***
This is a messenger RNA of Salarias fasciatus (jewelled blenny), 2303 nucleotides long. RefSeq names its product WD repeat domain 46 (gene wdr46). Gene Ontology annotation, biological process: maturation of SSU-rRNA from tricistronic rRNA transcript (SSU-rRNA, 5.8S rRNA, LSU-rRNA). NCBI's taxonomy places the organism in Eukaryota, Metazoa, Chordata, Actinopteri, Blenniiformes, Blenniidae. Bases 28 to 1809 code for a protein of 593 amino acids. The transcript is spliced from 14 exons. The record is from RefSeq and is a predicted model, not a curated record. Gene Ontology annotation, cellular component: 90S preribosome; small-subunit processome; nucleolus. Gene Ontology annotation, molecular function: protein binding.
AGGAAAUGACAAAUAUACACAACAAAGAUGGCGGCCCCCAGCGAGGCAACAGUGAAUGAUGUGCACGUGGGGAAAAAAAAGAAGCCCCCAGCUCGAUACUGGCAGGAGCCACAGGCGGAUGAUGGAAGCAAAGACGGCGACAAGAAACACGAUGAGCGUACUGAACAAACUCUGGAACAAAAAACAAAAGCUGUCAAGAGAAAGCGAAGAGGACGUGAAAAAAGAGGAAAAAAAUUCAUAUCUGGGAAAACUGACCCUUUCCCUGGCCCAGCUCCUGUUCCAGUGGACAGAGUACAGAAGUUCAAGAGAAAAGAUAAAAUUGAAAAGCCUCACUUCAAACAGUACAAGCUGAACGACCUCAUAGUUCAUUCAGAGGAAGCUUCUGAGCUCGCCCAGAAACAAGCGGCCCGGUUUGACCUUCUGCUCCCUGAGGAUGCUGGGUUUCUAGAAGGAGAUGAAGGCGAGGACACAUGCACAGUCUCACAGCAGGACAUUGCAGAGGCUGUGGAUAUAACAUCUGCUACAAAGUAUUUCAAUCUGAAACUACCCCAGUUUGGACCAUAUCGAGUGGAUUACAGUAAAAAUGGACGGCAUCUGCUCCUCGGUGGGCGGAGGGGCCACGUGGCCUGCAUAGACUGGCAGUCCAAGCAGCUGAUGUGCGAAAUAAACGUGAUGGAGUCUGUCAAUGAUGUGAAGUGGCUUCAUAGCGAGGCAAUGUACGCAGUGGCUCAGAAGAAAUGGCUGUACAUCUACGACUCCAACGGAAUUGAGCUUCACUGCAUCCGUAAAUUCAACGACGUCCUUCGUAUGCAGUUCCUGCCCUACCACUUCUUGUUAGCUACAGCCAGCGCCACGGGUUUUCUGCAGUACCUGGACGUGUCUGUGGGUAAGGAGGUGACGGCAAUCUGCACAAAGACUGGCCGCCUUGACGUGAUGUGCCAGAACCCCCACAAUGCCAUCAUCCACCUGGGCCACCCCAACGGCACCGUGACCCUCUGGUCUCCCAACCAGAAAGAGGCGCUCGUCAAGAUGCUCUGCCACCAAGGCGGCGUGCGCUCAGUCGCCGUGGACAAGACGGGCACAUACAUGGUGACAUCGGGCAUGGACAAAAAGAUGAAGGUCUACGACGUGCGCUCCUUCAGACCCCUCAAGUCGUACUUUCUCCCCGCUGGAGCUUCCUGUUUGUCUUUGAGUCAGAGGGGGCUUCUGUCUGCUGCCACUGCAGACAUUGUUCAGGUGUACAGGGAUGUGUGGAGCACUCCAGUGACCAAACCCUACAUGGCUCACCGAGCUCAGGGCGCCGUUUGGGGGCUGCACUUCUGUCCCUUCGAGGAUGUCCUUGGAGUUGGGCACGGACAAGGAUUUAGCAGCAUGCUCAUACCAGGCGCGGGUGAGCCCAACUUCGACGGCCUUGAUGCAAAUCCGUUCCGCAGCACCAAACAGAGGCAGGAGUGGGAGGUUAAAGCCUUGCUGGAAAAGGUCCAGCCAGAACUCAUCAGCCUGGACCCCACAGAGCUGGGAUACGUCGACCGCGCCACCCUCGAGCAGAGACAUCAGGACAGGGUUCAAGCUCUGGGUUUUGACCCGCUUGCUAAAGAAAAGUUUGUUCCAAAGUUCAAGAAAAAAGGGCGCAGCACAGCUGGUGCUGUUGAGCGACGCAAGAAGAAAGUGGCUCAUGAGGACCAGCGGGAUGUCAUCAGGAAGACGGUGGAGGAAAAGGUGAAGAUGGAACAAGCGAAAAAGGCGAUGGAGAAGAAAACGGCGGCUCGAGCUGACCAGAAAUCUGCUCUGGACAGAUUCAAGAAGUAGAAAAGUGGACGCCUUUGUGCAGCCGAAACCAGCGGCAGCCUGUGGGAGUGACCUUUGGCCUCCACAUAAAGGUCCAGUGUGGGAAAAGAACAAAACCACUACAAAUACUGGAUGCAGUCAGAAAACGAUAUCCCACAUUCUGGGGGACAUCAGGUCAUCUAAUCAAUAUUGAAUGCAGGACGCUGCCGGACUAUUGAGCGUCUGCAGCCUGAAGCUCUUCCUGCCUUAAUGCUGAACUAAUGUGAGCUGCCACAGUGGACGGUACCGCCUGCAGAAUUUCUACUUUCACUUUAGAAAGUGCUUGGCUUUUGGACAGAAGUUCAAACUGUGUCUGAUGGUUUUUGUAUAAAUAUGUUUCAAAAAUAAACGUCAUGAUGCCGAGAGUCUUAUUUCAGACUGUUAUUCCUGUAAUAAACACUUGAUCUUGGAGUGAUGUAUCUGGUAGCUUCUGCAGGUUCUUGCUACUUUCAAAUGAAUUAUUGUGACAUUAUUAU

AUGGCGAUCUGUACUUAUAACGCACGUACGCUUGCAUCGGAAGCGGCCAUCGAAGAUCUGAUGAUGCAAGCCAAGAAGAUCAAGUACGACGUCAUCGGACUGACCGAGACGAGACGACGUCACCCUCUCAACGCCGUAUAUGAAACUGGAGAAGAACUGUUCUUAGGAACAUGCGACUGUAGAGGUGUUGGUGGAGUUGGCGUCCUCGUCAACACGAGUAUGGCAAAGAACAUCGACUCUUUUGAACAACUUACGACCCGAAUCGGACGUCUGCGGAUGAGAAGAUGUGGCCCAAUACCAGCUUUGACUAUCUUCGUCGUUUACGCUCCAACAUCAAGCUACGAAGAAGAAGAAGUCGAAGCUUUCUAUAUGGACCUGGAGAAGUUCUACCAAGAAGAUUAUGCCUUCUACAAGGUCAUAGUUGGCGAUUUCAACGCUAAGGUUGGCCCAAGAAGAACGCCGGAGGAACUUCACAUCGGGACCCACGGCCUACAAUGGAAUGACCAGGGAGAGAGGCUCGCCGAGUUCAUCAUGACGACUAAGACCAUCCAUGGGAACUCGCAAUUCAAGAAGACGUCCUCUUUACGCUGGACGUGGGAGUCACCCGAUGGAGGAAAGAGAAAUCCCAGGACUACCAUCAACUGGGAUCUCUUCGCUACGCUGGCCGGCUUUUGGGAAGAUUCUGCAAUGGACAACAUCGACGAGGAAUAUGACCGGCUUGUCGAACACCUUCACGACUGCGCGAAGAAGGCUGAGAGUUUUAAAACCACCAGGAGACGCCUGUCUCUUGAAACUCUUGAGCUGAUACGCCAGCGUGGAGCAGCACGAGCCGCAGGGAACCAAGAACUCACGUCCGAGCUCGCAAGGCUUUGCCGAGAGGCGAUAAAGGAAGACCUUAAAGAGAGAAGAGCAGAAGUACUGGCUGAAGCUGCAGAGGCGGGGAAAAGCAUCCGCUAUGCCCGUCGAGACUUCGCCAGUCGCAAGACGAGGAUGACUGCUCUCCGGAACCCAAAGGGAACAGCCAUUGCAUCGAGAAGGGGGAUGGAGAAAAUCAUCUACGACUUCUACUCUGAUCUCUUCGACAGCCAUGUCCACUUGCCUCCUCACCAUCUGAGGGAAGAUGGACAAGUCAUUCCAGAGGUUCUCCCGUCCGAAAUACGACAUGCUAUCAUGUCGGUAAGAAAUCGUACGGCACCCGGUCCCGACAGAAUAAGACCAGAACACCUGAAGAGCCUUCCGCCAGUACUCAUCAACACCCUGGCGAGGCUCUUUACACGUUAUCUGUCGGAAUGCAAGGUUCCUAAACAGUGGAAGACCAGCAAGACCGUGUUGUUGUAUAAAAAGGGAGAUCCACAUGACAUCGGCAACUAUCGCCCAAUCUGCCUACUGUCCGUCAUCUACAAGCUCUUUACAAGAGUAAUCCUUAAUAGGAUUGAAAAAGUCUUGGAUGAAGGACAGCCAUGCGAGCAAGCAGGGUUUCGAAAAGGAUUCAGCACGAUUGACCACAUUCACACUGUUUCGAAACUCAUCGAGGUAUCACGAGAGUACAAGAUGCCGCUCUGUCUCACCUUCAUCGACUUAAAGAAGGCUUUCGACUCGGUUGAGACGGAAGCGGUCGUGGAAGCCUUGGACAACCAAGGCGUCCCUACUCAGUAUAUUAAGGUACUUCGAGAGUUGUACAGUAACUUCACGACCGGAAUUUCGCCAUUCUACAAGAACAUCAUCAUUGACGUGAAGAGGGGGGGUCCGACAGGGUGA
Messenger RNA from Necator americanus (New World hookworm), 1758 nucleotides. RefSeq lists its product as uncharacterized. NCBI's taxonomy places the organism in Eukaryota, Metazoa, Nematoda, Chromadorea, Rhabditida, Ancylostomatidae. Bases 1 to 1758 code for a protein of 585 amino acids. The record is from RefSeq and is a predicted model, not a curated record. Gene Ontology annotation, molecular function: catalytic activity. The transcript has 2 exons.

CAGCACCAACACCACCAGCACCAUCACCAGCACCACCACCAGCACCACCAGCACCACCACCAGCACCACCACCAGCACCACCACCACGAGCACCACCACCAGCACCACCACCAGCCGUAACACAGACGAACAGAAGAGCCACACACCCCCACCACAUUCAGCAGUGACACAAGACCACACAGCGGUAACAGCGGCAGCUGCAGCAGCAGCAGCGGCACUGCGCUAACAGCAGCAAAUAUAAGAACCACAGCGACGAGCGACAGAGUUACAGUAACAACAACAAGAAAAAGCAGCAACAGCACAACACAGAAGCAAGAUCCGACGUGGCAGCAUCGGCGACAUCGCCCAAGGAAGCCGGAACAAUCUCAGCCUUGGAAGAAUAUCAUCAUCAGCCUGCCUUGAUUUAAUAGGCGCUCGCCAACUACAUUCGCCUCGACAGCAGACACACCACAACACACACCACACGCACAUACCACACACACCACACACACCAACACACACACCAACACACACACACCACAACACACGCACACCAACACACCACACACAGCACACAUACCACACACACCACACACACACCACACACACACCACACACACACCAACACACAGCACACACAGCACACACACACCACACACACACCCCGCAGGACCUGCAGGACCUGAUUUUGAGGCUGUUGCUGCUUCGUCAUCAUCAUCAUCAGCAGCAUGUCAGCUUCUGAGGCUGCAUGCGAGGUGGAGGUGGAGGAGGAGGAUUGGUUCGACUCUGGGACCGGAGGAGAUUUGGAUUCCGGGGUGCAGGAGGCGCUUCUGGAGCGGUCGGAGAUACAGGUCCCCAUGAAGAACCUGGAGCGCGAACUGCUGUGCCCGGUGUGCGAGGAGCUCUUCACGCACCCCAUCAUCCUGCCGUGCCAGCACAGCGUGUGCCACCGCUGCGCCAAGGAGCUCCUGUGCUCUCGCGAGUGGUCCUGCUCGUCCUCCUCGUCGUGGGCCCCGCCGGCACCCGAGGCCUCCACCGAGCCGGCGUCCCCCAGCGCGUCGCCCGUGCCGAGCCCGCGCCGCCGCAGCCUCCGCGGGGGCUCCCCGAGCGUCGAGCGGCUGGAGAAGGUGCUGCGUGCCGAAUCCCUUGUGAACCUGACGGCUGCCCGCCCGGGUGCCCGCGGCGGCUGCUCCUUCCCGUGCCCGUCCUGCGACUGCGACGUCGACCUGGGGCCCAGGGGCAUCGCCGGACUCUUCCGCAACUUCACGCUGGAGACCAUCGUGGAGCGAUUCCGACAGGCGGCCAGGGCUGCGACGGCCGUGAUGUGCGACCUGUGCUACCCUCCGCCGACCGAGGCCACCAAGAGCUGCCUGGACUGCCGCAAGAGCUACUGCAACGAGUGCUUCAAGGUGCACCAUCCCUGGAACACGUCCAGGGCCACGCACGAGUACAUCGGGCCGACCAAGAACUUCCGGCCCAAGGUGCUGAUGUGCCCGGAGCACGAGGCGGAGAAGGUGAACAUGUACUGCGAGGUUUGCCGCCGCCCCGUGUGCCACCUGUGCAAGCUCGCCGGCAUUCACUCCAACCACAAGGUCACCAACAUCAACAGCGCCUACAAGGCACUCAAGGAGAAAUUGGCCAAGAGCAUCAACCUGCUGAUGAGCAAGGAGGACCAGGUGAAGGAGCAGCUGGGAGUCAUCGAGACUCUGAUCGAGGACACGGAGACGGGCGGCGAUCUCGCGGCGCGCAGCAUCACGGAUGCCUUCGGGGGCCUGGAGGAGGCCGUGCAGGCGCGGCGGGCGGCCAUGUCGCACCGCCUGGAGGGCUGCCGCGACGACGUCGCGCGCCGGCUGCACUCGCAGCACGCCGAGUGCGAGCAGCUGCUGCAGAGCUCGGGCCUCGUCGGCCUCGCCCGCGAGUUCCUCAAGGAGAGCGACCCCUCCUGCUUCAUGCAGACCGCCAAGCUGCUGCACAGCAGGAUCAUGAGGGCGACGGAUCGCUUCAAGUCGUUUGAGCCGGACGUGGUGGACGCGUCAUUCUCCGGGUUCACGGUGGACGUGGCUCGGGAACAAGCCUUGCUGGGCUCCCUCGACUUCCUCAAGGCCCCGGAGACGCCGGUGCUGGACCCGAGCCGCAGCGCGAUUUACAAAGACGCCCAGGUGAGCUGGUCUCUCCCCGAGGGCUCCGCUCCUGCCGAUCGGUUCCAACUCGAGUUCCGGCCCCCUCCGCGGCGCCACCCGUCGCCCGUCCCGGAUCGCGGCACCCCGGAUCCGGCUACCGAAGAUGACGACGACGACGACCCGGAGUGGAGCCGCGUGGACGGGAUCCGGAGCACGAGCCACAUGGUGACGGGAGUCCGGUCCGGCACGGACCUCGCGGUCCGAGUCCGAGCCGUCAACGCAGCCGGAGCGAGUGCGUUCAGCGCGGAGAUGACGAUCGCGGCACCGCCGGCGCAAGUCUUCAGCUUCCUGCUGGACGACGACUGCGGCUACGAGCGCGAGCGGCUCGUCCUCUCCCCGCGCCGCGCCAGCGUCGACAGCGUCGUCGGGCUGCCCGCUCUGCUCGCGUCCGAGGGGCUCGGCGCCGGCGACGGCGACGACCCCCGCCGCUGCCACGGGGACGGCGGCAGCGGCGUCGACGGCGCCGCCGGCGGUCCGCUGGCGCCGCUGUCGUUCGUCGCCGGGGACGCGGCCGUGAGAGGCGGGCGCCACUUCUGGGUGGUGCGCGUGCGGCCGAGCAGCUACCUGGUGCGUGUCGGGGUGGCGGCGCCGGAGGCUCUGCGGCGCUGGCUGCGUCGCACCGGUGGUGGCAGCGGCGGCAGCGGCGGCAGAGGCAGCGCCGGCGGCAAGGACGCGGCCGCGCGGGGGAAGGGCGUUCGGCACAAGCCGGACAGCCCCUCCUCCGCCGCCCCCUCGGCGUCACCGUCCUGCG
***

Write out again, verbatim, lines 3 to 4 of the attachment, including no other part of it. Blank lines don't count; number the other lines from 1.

AUGGCGAUCUGUACUUAUAACGCACGUACGCUUGCAUCGGAAGCGGCCAUCGAAGAUCUGAUGAUGCAAGCCAAGAAGAUCAAGUACGACGUCAUCGGACUGACCGAGACGAGACGACGUCACCCUCUCAACGCCGUAUAUGAAACUGGAGAAGAACUGUUCUUAGGAACAUGCGACUGUAGAGGUGUUGGUGGAGUUGGCGUCCUCGUCAACACGAGUAUGGCAAAGAACAUCGACUCUUUUGAACAACUUACGACCCGAAUCGGACGUCUGCGGAUGAGAAGAUGUGGCCCAAUACCAGCUUUGACUAUCUUCGUCGUUUACGCUCCAACAUCAAGCUACGAAGAAGAAGAAGUCGAAGCUUUCUAUAUGGACCUGGAGAAGUUCUACCAAGAAGAUUAUGCCUUCUACAAGGUCAUAGUUGGCGAUUUCAACGCUAAGGUUGGCCCAAGAAGAACGCCGGAGGAACUUCACAUCGGGACCCACGGCCUACAAUGGAAUGACCAGGGAGAGAGGCUCGCCGAGUUCAUCAUGACGACUAAGACCAUCCAUGGGAACUCGCAAUUCAAGAAGACGUCCUCUUUACGCUGGACGUGGGAGUCACCCGAUGGAGGAAAGAGAAAUCCCAGGACUACCAUCAACUGGGAUCUCUUCGCUACGCUGGCCGGCUUUUGGGAAGAUUCUGCAAUGGACAACAUCGACGAGGAAUAUGACCGGCUUGUCGAACACCUUCACGACUGCGCGAAGAAGGCUGAGAGUUUUAAAACCACCAGGAGACGCCUGUCUCUUGAAACUCUUGAGCUGAUACGCCAGCGUGGAGCAGCACGAGCCGCAGGGAACCAAGAACUCACGUCCGAGCUCGCAAGGCUUUGCCGAGAGGCGAUAAAGGAAGACCUUAAAGAGAGAAGAGCAGAAGUACUGGCUGAAGCUGCAGAGGCGGGGAAAAGCAUCCGCUAUGCCCGUCGAGACUUCGCCAGUCGCAAGACGAGGAUGACUGCUCUCCGGAACCCAAAGGGAACAGCCAUUGCAUCGAGAAGGGGGAUGGAGAAAAUCAUCUACGACUUCUACUCUGAUCUCUUCGACAGCCAUGUCCACUUGCCUCCUCACCAUCUGAGGGAAGAUGGACAAGUCAUUCCAGAGGUUCUCCCGUCCGAAAUACGACAUGCUAUCAUGUCGGUAAGAAAUCGUACGGCACCCGGUCCCGACAGAAUAAGACCAGAACACCUGAAGAGCCUUCCGCCAGUACUCAUCAACACCCUGGCGAGGCUCUUUACACGUUAUCUGUCGGAAUGCAAGGUUCCUAAACAGUGGAAGACCAGCAAGACCGUGUUGUUGUAUAAAAAGGGAGAUCCACAUGACAUCGGCAACUAUCGCCCAAUCUGCCUACUGUCCGUCAUCUACAAGCUCUUUACAAGAGUAAUCCUUAAUAGGAUUGAAAAAGUCUUGGAUGAAGGACAGCCAUGCGAGCAAGCAGGGUUUCGAAAAGGAUUCAGCACGAUUGACCACAUUCACACUGUUUCGAAACUCAUCGAGGUAUCACGAGAGUACAAGAUGCCGCUCUGUCUCACCUUCAUCGACUUAAAGAAGGCUUUCGACUCGGUUGAGACGGAAGCGGUCGUGGAAGCCUUGGACAACCAAGGCGUCCCUACUCAGUAUAUUAAGGUACUUCGAGAGUUGUACAGUAACUUCACGACCGGAAUUUCGCCAUUCUACAAGAACAUCAUCAUUGACGUGAAGAGGGGGGGUCCGACAGGGUGA
Messenger RNA from Necator americanus (New World hookworm), 1758 nucleotides. RefSeq lists its product as uncharacterized. NCBI's taxonomy places the organism in Eukaryota, Metazoa, Nematoda, Chromadorea, Rhabditida, Ancylostomatidae. Bases 1 to 1758 code for a protein of 585 amino acids. The record is from RefSeq and is a predicted model, not a curated record. Gene Ontology annotation, molecular function: catalytic activity. The transcript has 2 exons.